Skip to content

Shakespeare and primary schools

  • by

The Shakespeare Birthplace Trust was the charity behind Shakespeare Week’s success (18-24 March 2019). It has now established a network for Shakespeare Hub Schools throughout England. They use Shakespeare to enrich the arts experiences of children.
Six hubs were established across the country. The first to benefit from them were 40 primary schools in London, Merseyside (North East), Nottingham, Birmingham and Birmingham. Each hub of 6-8 schools is working with creative practitioners in a wide variety of disciplines to provide children with KS2 Shakespeare workshops. There are Bollywood dance performances of Romeo and Juliet as well as clay sculptures depicting characters from A Midsummer Night’s Dream.

The Shakespeare Birthplace Trust offers the program free of charge to schools and Arts Council England supports it. The scheme will have 12 hubs throughout the country by 2021. It will offer opportunities for over 20,000 kids to create original work inspired Shakespeare. It also offers platforms for children to exchange their experiences with others, Continuing Professional Development for teachers (CPD) sessions, specialist training led and supported by artists, as well as support in working closely with arts organisations and the awarding of Arts Awards.

Jacqueline Green (head of learning and participatory at Shakespeare Birthplace Trust) stated, “Children’s ability to relate Shakespeare’s stories and dilemmas into their world and live experiences can be an effective learning tool. It is vital that young people participate in the arts to develop their imagination, creativity, social skills, and creativity. We strongly believe Shakespeare is for everyone, not just those who are privileged. Through our collaboration with creative practitioners, children can discover new and interesting ways to explore the works, stories, heritage, and legacy of the greatest playwrights in the world.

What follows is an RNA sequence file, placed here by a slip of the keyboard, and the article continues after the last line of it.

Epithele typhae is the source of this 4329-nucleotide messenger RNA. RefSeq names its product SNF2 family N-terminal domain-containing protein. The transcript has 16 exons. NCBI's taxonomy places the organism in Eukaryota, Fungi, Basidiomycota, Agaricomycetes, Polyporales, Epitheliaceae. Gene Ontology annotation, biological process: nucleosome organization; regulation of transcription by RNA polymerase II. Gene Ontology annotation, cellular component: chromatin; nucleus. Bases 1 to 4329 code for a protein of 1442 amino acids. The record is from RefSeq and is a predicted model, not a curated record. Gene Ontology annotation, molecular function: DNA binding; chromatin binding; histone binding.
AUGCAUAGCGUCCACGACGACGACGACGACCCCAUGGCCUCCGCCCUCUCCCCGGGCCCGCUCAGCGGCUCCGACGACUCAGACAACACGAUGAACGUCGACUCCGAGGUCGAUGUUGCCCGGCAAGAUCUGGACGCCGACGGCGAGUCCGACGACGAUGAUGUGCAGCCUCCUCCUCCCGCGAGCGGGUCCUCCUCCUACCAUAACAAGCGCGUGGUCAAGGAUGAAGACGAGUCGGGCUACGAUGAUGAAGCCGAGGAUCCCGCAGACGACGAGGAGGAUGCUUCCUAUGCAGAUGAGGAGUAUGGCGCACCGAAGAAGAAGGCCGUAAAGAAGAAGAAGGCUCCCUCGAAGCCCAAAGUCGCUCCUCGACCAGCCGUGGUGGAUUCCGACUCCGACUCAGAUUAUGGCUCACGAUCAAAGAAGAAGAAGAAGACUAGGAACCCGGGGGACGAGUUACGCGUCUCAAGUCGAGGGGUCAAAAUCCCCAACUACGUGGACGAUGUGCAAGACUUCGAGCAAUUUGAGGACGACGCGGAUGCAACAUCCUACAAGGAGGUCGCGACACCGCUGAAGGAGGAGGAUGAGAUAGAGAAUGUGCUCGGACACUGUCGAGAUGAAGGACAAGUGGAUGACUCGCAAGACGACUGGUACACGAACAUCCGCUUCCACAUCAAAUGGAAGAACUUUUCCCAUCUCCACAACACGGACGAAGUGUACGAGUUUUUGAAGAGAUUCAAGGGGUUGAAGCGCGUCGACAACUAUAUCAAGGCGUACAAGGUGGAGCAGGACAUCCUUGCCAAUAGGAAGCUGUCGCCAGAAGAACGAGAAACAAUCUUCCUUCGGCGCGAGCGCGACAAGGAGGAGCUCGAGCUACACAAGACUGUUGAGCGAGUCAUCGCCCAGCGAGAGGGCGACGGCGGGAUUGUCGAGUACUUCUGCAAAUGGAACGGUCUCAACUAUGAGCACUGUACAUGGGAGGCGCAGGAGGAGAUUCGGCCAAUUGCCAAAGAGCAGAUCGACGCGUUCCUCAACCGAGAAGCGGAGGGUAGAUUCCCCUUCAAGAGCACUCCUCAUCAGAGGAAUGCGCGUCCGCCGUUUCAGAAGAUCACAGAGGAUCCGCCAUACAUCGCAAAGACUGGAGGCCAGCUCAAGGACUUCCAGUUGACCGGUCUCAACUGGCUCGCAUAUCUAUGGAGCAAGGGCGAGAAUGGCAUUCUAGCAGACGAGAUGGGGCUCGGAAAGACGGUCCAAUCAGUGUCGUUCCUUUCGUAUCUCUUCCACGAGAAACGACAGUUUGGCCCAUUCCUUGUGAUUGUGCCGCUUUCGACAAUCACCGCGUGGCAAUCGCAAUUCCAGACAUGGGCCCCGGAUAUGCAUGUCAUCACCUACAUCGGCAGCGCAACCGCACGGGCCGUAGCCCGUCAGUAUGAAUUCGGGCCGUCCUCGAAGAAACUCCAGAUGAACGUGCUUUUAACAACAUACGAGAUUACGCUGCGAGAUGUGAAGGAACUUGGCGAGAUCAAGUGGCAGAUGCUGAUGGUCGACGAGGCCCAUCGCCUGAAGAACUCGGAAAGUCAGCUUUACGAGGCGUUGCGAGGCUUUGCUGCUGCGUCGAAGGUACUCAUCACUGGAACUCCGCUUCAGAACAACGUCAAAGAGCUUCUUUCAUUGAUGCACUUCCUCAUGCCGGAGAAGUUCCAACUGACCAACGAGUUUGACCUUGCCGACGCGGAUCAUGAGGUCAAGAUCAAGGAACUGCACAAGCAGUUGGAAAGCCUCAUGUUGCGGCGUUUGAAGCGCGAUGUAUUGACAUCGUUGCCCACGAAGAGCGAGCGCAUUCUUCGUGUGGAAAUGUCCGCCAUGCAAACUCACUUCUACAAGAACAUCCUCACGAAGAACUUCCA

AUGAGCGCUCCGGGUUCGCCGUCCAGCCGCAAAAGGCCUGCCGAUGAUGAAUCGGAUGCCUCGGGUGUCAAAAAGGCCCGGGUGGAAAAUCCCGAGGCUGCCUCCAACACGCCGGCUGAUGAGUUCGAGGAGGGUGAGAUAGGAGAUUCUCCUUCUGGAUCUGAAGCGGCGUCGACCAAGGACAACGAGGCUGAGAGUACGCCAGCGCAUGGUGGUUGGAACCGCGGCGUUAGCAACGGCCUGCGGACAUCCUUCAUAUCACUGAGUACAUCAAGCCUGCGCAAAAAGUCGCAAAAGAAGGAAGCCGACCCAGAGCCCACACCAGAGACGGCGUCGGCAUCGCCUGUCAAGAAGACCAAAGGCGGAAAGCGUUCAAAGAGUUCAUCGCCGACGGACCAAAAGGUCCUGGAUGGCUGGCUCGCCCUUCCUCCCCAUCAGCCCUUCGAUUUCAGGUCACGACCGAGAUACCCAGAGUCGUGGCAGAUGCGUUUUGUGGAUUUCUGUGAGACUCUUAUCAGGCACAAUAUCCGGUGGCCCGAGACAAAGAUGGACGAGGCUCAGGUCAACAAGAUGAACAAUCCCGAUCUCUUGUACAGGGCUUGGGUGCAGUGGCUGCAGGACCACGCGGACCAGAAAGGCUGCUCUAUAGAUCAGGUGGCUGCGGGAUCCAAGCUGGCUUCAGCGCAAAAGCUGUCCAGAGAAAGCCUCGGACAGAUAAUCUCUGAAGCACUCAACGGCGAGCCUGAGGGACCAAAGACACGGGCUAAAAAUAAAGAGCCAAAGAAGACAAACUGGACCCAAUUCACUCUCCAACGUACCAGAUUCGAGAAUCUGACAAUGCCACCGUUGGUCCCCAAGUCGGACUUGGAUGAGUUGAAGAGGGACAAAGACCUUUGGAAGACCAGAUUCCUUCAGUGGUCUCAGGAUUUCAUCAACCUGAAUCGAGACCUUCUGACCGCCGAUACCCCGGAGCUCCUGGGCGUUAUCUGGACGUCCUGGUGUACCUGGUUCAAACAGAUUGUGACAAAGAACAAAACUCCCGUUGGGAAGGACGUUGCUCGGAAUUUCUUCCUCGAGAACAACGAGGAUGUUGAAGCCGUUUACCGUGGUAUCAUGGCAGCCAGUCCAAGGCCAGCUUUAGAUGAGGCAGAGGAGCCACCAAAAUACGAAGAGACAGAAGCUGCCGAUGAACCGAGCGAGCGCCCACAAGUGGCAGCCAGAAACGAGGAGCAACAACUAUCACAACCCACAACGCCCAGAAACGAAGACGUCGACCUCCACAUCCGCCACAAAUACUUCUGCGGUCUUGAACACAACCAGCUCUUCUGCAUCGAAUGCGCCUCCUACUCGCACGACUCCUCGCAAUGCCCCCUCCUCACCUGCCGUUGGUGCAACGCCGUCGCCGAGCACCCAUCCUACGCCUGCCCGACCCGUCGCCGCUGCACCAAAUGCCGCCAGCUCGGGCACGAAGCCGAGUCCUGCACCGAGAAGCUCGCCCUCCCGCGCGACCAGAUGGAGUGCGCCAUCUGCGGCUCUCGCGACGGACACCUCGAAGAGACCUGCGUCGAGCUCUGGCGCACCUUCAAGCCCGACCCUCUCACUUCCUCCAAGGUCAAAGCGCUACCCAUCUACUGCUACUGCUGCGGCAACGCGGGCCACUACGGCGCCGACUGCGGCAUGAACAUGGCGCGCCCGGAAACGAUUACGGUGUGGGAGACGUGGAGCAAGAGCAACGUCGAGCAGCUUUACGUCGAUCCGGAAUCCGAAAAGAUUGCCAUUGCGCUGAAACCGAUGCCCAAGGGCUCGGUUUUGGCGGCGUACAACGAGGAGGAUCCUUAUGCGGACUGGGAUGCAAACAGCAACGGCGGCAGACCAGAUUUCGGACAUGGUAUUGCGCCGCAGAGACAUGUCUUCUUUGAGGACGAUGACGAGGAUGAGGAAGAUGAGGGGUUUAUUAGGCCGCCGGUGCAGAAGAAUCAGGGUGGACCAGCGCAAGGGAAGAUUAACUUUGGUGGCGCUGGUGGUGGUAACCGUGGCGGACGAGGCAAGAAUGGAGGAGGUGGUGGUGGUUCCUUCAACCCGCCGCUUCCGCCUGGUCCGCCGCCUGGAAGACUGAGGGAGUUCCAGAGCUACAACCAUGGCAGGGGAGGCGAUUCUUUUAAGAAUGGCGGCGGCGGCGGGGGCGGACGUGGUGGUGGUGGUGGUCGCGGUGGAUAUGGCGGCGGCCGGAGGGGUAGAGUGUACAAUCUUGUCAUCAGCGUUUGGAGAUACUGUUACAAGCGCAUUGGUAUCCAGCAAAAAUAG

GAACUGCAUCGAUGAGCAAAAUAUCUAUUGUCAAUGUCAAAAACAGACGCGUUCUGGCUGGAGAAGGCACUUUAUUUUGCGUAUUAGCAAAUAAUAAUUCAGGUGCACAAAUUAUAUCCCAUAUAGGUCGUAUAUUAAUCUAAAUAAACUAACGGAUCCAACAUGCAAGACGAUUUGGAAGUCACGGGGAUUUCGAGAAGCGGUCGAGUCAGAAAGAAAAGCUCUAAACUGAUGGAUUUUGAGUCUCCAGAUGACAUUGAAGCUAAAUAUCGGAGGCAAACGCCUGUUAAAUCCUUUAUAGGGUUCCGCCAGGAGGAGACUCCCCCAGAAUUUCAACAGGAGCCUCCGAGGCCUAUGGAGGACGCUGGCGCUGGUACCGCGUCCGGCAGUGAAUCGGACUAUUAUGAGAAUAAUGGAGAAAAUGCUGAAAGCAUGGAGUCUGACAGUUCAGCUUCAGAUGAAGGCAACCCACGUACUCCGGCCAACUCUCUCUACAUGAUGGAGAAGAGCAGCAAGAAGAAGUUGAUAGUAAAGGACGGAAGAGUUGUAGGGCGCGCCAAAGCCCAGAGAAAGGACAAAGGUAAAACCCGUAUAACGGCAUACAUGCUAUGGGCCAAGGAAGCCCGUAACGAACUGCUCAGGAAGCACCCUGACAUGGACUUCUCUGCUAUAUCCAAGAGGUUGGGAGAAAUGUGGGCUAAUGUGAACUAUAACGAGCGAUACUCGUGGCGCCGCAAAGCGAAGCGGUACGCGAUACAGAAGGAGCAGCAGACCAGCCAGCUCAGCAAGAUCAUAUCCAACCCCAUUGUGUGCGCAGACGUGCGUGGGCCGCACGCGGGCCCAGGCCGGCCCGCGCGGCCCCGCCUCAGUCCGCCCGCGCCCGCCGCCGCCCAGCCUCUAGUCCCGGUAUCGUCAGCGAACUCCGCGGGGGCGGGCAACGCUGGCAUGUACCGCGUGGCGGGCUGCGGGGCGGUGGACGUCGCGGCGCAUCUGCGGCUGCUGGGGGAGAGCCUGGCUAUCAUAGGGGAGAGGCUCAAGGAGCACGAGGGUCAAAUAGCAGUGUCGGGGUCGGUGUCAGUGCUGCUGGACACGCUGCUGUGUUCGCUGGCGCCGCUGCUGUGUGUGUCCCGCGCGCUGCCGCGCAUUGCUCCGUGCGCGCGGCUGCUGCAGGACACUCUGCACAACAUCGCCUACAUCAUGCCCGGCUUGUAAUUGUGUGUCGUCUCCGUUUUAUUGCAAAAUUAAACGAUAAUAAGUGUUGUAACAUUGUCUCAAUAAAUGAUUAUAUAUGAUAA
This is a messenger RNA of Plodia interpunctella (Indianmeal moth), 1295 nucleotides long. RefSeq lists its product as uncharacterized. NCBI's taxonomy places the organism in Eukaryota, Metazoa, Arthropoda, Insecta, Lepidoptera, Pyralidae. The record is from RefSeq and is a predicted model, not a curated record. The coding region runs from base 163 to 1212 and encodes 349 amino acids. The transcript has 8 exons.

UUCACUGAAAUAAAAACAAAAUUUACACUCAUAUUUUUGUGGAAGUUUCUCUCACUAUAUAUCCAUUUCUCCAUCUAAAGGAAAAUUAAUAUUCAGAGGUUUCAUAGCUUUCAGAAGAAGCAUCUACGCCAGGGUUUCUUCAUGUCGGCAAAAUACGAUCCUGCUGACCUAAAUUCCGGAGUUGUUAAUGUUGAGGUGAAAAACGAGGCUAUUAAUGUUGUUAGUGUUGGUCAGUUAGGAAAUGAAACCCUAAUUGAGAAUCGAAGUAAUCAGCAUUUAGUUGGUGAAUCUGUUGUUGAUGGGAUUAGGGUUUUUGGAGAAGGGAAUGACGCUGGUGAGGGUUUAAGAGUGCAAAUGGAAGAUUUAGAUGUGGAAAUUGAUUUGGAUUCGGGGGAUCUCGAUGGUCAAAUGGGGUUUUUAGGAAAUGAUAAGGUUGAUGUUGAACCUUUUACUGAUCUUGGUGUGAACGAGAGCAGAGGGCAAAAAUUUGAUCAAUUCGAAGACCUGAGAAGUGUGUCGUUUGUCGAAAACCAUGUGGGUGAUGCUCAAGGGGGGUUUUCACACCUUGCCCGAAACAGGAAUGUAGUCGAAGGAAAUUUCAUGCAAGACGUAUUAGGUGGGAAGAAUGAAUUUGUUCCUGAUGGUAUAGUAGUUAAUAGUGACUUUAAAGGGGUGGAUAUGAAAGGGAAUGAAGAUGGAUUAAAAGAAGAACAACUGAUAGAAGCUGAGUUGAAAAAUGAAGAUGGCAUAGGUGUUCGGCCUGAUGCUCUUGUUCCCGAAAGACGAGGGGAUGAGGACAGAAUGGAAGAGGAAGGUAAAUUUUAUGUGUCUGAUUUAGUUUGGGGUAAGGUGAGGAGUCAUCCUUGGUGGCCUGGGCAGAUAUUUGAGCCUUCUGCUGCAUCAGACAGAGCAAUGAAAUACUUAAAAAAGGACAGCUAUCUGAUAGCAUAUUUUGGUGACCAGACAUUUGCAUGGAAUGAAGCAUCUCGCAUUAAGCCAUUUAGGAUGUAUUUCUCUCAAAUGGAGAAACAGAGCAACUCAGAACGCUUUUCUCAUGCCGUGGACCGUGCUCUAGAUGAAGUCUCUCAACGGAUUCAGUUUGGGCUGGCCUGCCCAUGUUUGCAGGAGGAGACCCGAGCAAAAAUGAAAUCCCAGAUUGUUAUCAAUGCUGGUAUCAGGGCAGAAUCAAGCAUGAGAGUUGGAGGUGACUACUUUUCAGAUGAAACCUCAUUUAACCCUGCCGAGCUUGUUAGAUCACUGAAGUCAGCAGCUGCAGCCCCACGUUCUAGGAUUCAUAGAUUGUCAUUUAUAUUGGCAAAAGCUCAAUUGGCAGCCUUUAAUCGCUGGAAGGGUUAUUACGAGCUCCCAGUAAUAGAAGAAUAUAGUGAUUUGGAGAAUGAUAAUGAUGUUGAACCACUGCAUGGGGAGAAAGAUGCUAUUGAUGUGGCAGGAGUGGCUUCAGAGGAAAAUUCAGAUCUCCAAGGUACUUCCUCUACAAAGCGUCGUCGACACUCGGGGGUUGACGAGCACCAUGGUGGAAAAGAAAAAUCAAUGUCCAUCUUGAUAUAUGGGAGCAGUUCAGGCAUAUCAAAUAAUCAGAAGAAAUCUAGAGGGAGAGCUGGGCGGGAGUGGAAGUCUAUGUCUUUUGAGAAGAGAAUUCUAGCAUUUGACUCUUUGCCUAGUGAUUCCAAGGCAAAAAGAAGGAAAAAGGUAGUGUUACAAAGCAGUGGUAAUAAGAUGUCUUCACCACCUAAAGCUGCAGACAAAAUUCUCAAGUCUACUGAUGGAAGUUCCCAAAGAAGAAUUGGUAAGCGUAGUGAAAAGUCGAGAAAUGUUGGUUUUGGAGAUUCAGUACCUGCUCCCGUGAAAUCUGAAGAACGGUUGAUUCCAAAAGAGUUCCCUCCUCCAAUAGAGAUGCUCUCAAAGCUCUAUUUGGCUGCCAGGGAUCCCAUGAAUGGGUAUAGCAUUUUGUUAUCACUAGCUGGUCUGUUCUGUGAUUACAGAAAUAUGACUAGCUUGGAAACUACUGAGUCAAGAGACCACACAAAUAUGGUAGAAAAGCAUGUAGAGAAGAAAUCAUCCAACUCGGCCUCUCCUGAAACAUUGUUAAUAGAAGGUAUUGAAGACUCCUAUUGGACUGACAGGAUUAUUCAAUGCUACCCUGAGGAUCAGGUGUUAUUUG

Many of these hub schools will exhibit their work during Shakespeare Week (18-24 Mar), and this year’s national celebrations will celebrate the theme of literacy and language.

There is increasing evidence* that young kids have a deficit in vocabulary. This is hindering their learning and having a long-term impact on their communication, creative, critical thinking skills and their confidence. Shakespeare’s plays can help children to identify their words and build vital language skills.

Jacqueline also stated, “More needs be done in order to address the word gap at primary schools. Our vocabulary is shrinking, but our language is changing. This year, we encourage children who participate in Shakespeare Week or our Shakespeare Hub Schools programmes as ‘Will’s Word Warriors’. Shakespeare’s innovative and imaginative language is an ideal way to inspire young minds.

Nick Gibb (Minister for School Standards) stated, “Shakespeare Week gives primary school children the chance to explore the great works by Britain’s most celebrated writer.” These creative hubs will help bring William Shakespeare’s story to life for a whole new generation of students, which is something I am delighted about.

“Being capable of reading Shakespeare’s works opens up a world of imagination and discovery. Focusing on reading comprehension and phonics in primary schools helps more children discover the joys in the written word. It will also help ensure that as many children as possible can enjoy reading Shakespeare in the secondary curriculum as well as in their future lives.

Shakespeare’s Birthday

Shakespeare Week will see more than 2,000,000 primary school children celebrate Shakespeare’s stories, language, and characters from March 18-24. The Shakespeare Birthplace Trust provides a free program for primary-school children and their families.

Over 6.5 Million children have participated in Shakespeare Week since 2014 when it began. Teachers and home educators are provided with free tools and opportunities to incorporate Shakespeare into their classrooms.

The following are highlights of this year’s celebration:

Will’s Word Warriors – A series of fun activities, challenges, and activities developed by leading linguist Professor David Crystal. It explores some of Shakespeare’s Forgotten Words. Words from Shakespeare’s lifetime that aren’t in common usage today.
Walker Books and National Literacy Trust supported The Big Shakespeare Book Hunt in the 154 communities of the country
William Shakespaw (Golden Retriever), age 2, will visit select schools to help kids find Shakespeare’s Forgotten Words
Children’s Zone offers online challenges that children can take on at home or school, such as writing poetry, drawing comic strips and enjoying retellings Shakespeare’s plays.
Storytelling in libraries across the UK. Plus craft activities in selected Waterstones locations
There is a whole range of fun activities for the family at Shakespeare Houses in Stratford-upon-Avon. Get involved in activities such as weaving a web with Will’s words, creating a carnival masque to wear at Romeo-and-Juliet’s Ball, and participating in the Tudor dancing workshops.
More than 150 resources are available to teachers, parents and home educators. Teachers also have new resources that will help them develop their debating skills.